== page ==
# What experiments compete with BICEP 2, and when are their results expected?

The recent results of the BICEP 2 experiment published on March 17th 2014, has generated a lot of media attention, with the general consensus being that "this is a major discovery" perhaps leading to a Nobel Prize for some.

But for those that are still skeptical, what are the competitors to this experiment, and when are their results expected to be published?

Competing experiments that are also trying to detected large scale B-mode polarization in the CMB include:

South Pole Telescope

https://pole.uchicago.edu/spt/science/index.html

POLARBEAR

http://www.mcgillcosmology.ca/polarbear

http://bolo.berkeley.edu/polarbear/

Atacama B-mode Search

http://www.princeton.edu/physics/research/cosmology-experiment/abs-experiment/

ACTpol (Atacama Cosmological Telescope)

http://arxiv.org/abs/1006.5049

http://www.princeton.edu/act/

CLASS (Cosmology Large-Angular Scale Surveyor)

http://cosmos.pha.jhu.edu/bennett/class.html

PIPER (Primordial Inflation Polarization Explorer) balloon experiments http://science.gsfc.nasa.gov/665/research/

ESA Plank satellite

http://www.esa.int/Our_Activities/Space_Science/Planck

• There is also Spider. – user10851 Oct 14 '14 at 19:25

The Planck experiment looks to be "in tension" (e.g. it conflicts) with BICEP2's results: Planck has previously reported an upper bound $r<0.11$ for the parameter that BICEP2 reports at 0.20 (see for example, http://arxiv.org/abs/1303.5082). Planck is expected to publish new results this summer fall.

21 Sep 2014 update: Planck has now published their galactic dust measurement results.

The situation to date:

• BICEP2 assessed (via indirect means) that polarized emissions from galactic dust ("foregrounds") constituted at most a small fraction of the signal they observed at 150 GHZ in the multipole region $l=30-150$, so that all (or at least most) of the signal was cosmological in origin and therefore Nobel-worthy evidence for inflation. (The larger the foreground, the lower the value of the tensor-to-scalar ratio $r$; BICEP2's reported $r=0.20$ corresponds to no foreground.)
• However, Planck's new results put the level of those foreground signals substantially higher than BICEP2's estimates. (Planck's result is not a direct measurement at BICEP2's 150GHz frequency, where Planck cannot match BICEP2's sensitivity, but a calibrated extrapolation from 353 GHz data, where the dust signal is much stronger.) In fact, it is possible that Planck's foreground accounts for all of BICEP2's observations, which would mean that BICEP2 detected no cosmological signal at all.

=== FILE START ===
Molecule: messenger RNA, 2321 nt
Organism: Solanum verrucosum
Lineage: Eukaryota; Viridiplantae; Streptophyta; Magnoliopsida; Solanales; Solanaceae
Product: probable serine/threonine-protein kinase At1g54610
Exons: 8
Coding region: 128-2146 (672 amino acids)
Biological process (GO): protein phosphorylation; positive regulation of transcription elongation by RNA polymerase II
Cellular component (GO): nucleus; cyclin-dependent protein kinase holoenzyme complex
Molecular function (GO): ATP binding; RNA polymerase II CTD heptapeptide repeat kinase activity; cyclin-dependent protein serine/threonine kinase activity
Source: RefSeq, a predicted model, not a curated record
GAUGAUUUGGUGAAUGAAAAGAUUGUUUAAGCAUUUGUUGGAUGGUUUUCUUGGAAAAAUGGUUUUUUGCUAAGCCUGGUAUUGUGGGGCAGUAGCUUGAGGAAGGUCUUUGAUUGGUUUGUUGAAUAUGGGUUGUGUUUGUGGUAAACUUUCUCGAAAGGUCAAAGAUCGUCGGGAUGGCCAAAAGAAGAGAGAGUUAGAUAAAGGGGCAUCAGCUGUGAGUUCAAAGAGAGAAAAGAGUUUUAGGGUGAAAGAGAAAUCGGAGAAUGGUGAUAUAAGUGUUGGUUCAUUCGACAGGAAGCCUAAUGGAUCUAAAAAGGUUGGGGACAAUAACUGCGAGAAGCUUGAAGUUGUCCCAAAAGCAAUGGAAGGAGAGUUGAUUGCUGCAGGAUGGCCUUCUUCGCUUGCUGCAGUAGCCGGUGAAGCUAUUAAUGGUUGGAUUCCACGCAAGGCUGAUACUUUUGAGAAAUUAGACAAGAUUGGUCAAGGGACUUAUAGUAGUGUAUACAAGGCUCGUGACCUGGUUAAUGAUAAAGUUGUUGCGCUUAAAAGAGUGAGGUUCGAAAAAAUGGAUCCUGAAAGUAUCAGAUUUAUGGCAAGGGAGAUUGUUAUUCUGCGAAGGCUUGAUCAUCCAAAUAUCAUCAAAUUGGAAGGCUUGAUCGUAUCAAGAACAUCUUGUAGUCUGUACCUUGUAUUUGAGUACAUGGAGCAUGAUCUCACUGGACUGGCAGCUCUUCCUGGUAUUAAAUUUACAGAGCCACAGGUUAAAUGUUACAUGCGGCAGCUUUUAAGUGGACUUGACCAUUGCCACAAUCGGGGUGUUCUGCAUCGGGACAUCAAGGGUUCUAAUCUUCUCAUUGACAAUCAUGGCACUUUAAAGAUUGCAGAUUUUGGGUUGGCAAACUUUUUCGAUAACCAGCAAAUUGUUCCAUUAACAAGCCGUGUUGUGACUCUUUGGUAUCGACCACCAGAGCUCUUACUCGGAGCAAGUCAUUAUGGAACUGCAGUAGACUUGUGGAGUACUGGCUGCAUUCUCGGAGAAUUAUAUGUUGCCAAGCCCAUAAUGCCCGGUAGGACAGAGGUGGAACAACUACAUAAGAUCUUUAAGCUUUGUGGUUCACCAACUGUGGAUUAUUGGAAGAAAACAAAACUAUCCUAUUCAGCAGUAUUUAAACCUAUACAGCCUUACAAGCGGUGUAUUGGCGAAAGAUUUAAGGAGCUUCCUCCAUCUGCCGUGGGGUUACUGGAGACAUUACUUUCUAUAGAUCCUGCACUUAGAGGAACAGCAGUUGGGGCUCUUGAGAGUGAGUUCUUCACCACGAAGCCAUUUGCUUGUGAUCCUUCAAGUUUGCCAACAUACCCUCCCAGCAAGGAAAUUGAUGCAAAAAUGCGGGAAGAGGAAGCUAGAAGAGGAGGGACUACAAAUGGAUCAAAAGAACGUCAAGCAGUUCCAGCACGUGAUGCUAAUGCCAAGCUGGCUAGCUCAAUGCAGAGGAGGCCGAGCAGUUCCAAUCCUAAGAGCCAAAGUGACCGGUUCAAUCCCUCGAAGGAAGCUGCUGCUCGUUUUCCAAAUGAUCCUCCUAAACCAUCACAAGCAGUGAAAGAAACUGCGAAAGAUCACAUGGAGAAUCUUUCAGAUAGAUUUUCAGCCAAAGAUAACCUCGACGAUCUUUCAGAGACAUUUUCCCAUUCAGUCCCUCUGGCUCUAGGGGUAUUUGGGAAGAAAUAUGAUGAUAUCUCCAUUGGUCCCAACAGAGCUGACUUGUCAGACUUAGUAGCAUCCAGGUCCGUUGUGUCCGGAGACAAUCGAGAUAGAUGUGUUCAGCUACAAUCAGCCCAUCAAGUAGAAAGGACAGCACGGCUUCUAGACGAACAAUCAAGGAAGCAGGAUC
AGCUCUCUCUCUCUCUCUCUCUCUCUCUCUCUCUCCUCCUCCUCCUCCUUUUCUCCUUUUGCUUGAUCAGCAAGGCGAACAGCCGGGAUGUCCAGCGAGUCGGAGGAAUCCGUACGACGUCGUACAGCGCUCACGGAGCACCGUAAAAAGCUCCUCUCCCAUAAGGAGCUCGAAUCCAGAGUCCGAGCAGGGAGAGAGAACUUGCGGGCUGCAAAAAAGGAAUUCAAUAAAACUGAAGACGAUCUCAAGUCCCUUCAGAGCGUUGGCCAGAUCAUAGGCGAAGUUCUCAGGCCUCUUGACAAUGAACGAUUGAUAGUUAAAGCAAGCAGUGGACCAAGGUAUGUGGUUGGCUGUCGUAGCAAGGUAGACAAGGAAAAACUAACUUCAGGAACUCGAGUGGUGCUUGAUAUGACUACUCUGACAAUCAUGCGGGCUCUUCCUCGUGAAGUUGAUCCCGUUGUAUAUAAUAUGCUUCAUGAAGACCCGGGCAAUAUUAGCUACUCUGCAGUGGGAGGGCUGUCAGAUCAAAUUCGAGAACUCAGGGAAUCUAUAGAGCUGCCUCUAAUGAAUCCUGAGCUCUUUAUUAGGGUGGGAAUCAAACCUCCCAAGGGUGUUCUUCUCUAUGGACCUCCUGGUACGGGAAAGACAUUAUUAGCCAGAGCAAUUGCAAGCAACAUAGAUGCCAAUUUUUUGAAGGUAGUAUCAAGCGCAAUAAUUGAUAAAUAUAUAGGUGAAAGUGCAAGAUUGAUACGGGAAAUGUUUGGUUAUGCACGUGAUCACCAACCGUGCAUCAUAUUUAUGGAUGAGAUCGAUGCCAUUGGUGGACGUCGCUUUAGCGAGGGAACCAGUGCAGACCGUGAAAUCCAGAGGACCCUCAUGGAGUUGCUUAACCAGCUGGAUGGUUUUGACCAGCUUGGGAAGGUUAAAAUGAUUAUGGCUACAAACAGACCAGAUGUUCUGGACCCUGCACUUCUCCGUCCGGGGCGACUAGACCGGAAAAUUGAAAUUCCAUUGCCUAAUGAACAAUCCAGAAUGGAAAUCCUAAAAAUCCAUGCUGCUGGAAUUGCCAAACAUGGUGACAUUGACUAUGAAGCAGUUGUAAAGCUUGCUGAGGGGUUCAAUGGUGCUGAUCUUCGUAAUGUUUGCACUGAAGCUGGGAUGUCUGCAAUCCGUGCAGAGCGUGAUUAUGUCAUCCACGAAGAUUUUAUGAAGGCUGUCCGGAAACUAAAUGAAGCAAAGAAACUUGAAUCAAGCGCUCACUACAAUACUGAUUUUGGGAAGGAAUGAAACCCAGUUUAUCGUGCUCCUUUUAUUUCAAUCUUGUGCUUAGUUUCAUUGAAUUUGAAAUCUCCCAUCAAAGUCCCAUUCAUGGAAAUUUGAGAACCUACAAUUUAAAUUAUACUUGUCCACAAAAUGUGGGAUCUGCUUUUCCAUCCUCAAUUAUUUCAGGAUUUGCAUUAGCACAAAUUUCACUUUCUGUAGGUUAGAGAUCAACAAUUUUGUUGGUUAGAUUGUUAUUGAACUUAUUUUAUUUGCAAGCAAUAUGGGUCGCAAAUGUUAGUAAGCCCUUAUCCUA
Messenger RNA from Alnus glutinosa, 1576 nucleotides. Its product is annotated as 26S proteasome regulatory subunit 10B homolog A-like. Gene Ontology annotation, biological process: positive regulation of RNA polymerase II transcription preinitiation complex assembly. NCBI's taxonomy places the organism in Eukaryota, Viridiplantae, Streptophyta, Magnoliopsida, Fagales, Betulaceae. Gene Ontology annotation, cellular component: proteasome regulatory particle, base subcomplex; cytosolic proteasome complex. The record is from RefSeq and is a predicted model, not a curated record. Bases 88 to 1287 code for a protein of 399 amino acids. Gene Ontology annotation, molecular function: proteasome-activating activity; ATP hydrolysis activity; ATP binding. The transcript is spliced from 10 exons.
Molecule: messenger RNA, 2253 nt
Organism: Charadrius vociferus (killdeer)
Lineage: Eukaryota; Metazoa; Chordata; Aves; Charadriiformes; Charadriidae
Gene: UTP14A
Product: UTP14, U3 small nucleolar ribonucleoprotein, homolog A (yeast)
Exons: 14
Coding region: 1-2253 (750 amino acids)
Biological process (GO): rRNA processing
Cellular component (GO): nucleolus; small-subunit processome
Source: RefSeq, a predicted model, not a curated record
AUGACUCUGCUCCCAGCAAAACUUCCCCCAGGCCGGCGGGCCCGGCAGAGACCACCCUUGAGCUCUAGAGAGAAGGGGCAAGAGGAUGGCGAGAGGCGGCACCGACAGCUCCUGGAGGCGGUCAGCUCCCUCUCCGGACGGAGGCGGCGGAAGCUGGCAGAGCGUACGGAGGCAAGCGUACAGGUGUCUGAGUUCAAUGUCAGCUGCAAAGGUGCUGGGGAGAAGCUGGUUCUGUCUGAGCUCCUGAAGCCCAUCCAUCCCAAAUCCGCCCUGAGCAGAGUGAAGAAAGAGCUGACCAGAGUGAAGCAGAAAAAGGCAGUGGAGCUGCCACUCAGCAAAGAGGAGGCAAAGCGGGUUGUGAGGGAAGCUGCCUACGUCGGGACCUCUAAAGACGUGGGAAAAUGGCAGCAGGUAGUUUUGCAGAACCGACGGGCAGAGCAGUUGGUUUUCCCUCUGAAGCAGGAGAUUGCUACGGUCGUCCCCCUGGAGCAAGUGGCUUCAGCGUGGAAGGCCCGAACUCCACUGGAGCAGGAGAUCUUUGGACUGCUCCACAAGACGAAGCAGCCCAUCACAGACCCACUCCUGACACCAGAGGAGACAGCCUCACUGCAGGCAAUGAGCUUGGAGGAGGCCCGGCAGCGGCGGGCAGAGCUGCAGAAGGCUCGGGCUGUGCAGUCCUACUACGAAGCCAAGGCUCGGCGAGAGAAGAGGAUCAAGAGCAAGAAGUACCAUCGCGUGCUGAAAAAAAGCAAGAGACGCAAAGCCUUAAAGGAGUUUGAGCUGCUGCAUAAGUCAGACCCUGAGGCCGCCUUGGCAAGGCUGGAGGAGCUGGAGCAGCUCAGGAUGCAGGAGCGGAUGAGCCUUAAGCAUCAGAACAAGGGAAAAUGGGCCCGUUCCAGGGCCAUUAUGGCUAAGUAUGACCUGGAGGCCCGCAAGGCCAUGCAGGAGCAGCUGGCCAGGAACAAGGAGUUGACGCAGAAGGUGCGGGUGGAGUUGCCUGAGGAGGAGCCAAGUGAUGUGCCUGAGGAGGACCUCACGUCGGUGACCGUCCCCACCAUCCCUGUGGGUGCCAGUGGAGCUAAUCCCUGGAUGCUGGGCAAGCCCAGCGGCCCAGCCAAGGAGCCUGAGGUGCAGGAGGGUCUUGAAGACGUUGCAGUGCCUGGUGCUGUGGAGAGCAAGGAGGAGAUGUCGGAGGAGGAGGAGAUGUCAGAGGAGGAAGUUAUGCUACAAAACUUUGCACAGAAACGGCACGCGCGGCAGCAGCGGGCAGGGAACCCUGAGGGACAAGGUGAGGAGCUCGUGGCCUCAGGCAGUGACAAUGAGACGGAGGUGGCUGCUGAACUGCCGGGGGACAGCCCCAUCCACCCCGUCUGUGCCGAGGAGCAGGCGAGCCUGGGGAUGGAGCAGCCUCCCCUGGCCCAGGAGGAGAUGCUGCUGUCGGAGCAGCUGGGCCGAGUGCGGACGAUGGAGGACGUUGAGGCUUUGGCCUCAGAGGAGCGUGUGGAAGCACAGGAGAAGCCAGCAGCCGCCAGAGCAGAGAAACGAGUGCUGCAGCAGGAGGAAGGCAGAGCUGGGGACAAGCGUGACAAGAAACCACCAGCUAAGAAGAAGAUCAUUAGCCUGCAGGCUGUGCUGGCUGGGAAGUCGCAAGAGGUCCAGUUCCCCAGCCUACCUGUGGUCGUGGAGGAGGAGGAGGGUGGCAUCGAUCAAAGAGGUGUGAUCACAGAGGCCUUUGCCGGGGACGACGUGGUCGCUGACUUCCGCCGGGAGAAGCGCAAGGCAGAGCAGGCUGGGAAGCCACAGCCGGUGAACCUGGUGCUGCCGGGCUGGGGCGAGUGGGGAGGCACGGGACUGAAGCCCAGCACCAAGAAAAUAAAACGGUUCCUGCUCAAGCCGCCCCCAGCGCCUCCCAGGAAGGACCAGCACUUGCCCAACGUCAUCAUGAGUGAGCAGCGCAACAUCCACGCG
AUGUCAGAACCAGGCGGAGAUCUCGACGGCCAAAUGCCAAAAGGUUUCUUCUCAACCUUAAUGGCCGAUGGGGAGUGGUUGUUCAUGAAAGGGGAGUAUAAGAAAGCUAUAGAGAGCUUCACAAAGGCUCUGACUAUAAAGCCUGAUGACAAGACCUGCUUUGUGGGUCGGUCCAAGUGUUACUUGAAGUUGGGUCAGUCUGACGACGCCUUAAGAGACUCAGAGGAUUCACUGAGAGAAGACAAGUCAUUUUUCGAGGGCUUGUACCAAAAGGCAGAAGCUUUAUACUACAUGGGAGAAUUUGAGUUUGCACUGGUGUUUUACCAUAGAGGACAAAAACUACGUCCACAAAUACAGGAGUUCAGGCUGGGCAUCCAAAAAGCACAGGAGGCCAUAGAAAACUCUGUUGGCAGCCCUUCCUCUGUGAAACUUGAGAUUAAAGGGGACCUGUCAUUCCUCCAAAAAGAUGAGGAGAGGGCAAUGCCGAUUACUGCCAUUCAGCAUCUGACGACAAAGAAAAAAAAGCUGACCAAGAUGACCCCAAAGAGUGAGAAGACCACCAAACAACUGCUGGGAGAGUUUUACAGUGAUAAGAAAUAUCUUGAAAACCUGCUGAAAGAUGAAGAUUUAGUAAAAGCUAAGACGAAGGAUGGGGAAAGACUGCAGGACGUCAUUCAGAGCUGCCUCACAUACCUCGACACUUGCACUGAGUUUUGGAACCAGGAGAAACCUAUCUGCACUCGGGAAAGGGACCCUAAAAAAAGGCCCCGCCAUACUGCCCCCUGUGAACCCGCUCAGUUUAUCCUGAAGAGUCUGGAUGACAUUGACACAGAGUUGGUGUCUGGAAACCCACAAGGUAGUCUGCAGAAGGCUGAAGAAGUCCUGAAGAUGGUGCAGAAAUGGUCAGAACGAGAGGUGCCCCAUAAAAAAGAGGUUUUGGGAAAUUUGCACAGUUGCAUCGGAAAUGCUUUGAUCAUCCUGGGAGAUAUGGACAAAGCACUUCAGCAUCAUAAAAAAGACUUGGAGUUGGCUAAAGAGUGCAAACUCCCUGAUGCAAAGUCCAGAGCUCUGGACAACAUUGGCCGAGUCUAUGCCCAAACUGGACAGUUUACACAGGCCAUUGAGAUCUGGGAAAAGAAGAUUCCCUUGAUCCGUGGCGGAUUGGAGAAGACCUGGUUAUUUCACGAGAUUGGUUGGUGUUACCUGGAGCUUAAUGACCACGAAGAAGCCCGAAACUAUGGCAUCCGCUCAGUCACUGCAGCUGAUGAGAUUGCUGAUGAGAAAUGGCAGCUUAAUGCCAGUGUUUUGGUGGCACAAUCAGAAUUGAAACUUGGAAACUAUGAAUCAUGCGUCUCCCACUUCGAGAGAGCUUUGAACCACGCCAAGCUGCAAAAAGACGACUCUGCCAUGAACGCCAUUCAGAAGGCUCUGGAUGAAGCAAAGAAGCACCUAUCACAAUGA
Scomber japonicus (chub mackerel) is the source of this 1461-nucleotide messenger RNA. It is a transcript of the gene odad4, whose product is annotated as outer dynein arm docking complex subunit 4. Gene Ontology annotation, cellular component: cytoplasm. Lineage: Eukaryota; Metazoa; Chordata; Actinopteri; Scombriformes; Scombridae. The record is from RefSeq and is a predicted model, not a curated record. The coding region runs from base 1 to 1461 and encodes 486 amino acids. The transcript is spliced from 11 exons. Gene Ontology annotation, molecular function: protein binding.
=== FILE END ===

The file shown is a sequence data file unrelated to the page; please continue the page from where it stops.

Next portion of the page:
• Currently, Planck and BICEP2 are jointly analyzing their combined data sets to determine how much, if any, of BICEP2's signal can be attributed to cosmological inflation. The results of their joint analysis are expected by year end 2014.

31 Jan 2015 update:

The joint Planck-BICEP2 analysis is now complete, with the paper available here. The result: BICEP's claim of detecting primordial B-mode polarization at a level of $r = 0.16-0.20$ is withdrawn, and replaced by a 95%-confidence upper bound $r<0.12$, which is almost exactly the same as Planck's upper bound $r<0.11$ before BICEP2 reported last year.

• BICEP2's response to the apparent conflict is "Our measurements don’t disagree. Constraints on the gravitational-wave background level r reported from Planck and previous experiments are not from measurements of B-mode polarization. Instead, they come from the CMB temperature measurements which show surprisingly low power at the largest scales, implying little room for an additional contribution from tensors in the context of the simplest models. (continued below) – DavePhD Mar 18 '14 at 14:41
• (continued from above) B-mode measurements like ours aim to directly measure the inflationary gravitational-wave pattern itself at the degree angular scales where it should peak. The tension between the high level of B-mode polarization we see and the apparent low power at large scales may be a statistical fluke, but many possible extensions to the simplest model could also relieve this apparent tension." source: bicepkeck.org/faq.html – DavePhD Mar 18 '14 at 14:42
• @DavePhD: Interesting. This portion of the conclusion of the BICEP2 "Detection" paper acknowledges the "tension": – Art Brown Mar 18 '14 at 16:33
• "Subtracting the various dust models and re-deriving the r constraint still results in high significance of detection. For the model which is perhaps the most likely to be close to reality (DDM2 cross) the maximum likelihood value shifts to r = 0.16 +0.06 -0.05 with r = 0 disfavored at 5.9σ. – Art Brown Mar 18 '14 at 16:34
• These high values of r are in apparent tension with previous indirect limits based on temperature measurements and we have discussed some possible resolutions including modifications of the initial scalar perturbation spectrum such as running. However we emphasize that we do not claim to know what the resolution is." – Art Brown Mar 18 '14 at 16:35